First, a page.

Maternity safety: women with hypertension or diabetes in pregnancy have a higher risk of developing pre-eclampsia, a leading cause of maternity morbidity. NICE CG62 recommends dipstick urinalysis during each prenatal visit to screen for proteinuria, an indicator of pre-eclampsia. Increasing testing in between regular pre-natal visits could reduce Pre-eclampsia complications. Women with at-risk pregnancies receive 7-10 Dip.io kits. Following a defined frequency, the women conducts the test at home. The clinician automatically receives the results and is alerted if results are abnormal for immediate follow-up care. This model of care is being rolled out across mayor HMOs in Israel and received more than 90% preference in a Johns Hopkins usability study. Dip.io has proven to improve women’s experience and could reduce outpatient appointments amongst high risk pregnant women.

Diabetes and CKD screening: NICE clinical guidelines recommend people with diabetes/hypertension need to get their urine tested annually but adherence is low e.g. only 51% of people with type 1 diabetes tested. Digital testing could improve adherence and reduce costs. Patients with no recorded albumin reading receive our smartphone urinalysis home-test. Results are immediately available to the clinician and those with abnormal results are invited to a follow-up extensive checkup. This model makes it possible to reach people at risk, who have not received appropriate testing, thus increasing adherence to CKD screening.

Urinary Tract Infection (UTI): opportunity to improve self-management for patients at risk of admission from UTI (e.g.MS), reduce the 5m GP attendances for UTI in primary care and create digital pathways for preop assessment through using digital urine testing, within existing clinical guidelines.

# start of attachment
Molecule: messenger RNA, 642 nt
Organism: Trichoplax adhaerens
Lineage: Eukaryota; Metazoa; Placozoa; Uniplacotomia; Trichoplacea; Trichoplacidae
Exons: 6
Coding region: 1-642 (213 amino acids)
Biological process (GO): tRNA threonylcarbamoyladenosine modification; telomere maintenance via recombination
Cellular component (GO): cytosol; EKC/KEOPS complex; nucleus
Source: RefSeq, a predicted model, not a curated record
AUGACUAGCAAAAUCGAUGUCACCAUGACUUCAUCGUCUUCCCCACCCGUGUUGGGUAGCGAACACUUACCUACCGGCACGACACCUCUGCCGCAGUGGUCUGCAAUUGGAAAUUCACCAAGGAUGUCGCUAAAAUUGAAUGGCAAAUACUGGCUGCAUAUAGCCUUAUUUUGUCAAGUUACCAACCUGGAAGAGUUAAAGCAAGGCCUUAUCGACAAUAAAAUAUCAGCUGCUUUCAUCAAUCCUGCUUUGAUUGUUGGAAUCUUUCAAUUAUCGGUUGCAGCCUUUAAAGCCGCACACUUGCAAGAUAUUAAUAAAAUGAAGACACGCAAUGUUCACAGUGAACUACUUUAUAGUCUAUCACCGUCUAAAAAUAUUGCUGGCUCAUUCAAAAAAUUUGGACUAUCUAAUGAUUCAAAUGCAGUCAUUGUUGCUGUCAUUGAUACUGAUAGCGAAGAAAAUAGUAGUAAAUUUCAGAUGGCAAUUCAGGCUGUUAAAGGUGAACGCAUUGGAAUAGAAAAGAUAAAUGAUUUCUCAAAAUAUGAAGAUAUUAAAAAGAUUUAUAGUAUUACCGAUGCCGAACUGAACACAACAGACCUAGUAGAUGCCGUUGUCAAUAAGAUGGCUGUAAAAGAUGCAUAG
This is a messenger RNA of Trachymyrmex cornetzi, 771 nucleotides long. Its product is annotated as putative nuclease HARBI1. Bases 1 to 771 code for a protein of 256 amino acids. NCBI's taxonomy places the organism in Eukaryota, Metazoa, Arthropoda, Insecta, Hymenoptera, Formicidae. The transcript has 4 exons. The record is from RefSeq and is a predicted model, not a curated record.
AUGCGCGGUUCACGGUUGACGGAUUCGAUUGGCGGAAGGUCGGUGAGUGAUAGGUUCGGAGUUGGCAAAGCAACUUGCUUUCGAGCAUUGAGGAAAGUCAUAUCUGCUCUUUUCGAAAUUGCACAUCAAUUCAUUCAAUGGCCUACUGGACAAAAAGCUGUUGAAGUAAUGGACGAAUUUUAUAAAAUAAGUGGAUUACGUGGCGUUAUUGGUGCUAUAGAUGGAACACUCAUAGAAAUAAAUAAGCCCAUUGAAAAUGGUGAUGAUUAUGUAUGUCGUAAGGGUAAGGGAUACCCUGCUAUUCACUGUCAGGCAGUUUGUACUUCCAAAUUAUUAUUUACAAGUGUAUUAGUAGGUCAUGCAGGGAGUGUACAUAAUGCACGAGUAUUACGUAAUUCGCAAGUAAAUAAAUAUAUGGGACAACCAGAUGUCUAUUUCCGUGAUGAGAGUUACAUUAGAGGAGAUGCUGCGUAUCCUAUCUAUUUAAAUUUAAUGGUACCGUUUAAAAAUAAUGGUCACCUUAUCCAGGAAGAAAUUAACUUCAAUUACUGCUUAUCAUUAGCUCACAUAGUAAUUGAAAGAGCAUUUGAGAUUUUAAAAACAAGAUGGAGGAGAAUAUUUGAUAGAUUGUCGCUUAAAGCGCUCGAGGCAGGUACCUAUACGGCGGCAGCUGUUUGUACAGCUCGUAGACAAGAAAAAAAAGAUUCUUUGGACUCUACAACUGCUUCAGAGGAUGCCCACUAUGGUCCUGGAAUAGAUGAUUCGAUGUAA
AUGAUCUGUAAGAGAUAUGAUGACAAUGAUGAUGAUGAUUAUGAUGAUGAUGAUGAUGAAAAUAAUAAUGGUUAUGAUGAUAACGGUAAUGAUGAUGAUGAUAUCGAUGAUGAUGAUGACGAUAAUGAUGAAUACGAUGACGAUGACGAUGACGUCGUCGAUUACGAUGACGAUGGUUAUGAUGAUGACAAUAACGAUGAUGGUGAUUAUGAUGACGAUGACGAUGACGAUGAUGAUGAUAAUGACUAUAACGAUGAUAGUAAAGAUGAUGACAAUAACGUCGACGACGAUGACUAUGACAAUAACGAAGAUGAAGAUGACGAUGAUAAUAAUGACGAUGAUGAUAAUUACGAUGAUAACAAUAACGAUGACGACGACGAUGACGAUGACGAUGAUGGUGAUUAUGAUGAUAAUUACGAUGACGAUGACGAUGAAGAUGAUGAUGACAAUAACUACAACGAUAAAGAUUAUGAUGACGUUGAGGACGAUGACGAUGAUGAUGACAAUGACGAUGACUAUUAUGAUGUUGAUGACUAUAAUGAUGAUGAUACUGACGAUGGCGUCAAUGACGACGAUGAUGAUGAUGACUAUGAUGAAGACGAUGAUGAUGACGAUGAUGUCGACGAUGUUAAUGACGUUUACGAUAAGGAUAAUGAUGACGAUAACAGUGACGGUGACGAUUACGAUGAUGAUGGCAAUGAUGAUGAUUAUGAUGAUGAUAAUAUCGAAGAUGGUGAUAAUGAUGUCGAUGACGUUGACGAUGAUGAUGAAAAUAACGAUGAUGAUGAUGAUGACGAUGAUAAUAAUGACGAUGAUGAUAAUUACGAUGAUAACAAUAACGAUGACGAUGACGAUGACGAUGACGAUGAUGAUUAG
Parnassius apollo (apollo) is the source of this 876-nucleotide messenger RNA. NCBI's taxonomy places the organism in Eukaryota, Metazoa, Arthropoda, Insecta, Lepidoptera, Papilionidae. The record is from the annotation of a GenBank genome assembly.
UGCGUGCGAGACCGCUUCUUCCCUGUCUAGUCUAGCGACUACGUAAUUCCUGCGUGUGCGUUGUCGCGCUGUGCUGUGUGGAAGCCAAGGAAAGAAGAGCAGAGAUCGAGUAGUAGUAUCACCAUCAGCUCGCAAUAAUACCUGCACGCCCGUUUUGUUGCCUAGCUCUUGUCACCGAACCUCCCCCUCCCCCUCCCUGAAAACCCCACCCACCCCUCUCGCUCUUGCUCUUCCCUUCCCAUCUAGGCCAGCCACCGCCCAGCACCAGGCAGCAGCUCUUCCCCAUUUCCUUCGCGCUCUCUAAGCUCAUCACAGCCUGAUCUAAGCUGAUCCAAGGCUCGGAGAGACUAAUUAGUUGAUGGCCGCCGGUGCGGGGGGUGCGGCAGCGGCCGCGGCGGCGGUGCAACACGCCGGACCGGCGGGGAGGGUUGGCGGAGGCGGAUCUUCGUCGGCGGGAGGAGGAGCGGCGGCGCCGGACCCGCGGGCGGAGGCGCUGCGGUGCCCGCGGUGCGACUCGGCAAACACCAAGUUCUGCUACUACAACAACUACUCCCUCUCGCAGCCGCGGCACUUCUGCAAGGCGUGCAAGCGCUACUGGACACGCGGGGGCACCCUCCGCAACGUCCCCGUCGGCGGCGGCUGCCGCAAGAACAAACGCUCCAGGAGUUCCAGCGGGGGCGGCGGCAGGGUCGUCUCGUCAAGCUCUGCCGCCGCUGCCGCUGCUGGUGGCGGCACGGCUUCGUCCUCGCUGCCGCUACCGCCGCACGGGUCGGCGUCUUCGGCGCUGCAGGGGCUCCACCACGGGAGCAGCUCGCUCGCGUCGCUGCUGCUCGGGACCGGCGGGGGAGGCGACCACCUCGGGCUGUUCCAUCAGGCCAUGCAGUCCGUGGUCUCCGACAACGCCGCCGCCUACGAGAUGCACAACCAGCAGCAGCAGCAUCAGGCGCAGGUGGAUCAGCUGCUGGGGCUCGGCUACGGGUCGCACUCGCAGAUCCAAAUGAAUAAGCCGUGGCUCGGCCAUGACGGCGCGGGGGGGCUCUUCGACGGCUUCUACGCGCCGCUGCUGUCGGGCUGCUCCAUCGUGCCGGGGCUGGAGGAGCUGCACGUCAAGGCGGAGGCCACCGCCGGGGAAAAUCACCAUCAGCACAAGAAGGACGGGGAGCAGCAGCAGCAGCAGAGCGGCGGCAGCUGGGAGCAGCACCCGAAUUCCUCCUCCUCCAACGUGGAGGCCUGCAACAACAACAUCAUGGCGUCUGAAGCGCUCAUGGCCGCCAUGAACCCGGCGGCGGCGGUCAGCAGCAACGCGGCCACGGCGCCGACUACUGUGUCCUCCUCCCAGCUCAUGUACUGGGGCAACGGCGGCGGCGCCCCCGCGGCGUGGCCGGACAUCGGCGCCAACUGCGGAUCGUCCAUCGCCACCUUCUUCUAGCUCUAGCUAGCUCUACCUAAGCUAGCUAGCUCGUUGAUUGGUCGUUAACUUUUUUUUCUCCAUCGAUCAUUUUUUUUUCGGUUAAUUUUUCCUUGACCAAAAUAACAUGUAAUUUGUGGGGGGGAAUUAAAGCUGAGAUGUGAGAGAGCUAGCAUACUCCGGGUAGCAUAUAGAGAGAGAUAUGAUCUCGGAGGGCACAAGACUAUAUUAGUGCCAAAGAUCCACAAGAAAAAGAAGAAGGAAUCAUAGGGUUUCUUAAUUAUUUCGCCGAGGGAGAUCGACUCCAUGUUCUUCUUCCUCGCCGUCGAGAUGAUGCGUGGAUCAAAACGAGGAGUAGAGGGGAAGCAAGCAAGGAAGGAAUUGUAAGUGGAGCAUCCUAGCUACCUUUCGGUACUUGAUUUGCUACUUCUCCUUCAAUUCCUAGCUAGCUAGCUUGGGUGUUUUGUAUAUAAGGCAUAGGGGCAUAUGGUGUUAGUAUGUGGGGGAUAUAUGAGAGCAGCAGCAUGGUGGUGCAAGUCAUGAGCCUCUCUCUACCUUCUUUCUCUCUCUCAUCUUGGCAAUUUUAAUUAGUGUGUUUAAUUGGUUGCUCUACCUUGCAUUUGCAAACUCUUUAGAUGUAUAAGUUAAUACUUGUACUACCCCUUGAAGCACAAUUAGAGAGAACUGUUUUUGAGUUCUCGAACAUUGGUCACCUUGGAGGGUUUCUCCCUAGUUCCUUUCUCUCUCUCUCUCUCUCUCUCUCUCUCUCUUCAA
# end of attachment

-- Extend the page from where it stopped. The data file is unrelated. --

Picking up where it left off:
Current and planned activity: 
NHS:
  • Salford NHS Trust rollout for renal patient management
  • Care UK rollout for uncomplicated UTI management
  • North East and North Cumbria AHSN with South Tees NHS Trust to test renal clinic at home (Northern Counties Kidney Foundation)
  • Modality and Yorkshire and Humber AHSN to test diabetes/CKD screening model
  • Applying to Test beds for at risk pregnancy (Cheshire & Merseyside) and CKD screening (Care City).
  • NeuroResponse social enterprise based at UCL on Multiple Sclerosis pathway
 

International:
  • Usability study in pregnant women at Johns Hopkins with 92% favourability (soon to be published)
  • US National Kidney Federation and Geisinger Health to improve care for people with hypertension- successful increase in adherence (soon to be published)
  • Dutch Kidney Foundation and Dutch Health to test population screening for ACR in at risk population compared to other method
  • Roll out in two HMOs in Israel for at-risk pregnancy model
Return on Investment (£ Value): 
N/A
Return on Investment (Timescale): 
N/A
Ease of scalability: 
Simple
Regional Scalability:
Our plan is to scale regionally and nationally through a B2B2C business model. We offer several commercial packages that differ in terms of scale, level of integration, agreement timeline and distribution/shipment method. This allows us to partner with different players within the NHS to provide them full digital capabilities through customised, white label kits, a localised application and access to our algorithm in an end-to-end service proposition. Our vision is to serve as the backbone for smartphone enabled, image based medical diagnostics and enable partners to bring our innovation to their existing user base.